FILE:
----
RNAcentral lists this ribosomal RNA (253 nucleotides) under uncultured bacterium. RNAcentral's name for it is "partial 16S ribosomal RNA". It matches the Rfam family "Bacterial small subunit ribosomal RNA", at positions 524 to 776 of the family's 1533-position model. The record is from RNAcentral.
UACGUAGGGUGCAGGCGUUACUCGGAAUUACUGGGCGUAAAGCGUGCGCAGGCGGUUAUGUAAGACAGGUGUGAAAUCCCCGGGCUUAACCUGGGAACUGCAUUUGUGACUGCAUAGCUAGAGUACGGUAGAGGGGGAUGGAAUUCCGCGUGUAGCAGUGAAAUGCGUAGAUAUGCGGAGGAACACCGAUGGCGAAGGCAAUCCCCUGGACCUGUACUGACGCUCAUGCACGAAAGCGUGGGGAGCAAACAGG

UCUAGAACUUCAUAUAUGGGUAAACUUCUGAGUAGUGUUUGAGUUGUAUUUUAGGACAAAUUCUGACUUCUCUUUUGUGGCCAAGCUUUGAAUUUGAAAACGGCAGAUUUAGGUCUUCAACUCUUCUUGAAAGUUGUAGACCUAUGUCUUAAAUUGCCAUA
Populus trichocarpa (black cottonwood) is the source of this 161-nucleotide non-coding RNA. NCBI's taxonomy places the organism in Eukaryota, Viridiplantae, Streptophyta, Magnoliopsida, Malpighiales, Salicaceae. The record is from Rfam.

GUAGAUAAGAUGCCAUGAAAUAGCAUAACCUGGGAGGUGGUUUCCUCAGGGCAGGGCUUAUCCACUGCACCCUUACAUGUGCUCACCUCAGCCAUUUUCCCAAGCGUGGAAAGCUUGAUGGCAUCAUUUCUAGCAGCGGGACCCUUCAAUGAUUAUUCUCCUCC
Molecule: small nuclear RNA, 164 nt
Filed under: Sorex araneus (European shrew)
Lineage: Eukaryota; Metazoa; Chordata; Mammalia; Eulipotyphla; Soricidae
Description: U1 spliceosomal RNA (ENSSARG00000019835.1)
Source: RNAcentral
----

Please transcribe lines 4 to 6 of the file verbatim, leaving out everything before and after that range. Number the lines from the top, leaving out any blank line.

Populus trichocarpa (black cottonwood) is the source of this 161-nucleotide non-coding RNA. NCBI's taxonomy places the organism in Eukaryota, Viridiplantae, Streptophyta, Magnoliopsida, Malpighiales, Salicaceae. The record is from Rfam.

GUAGAUAAGAUGCCAUGAAAUAGCAUAACCUGGGAGGUGGUUUCCUCAGGGCAGGGCUUAUCCACUGCACCCUUACAUGUGCUCACCUCAGCCAUUUUCCCAAGCGUGGAAAGCUUGAUGGCAUCAUUUCUAGCAGCGGGACCCUUCAAUGAUUAUUCUCCUCC
Molecule: small nuclear RNA, 164 nt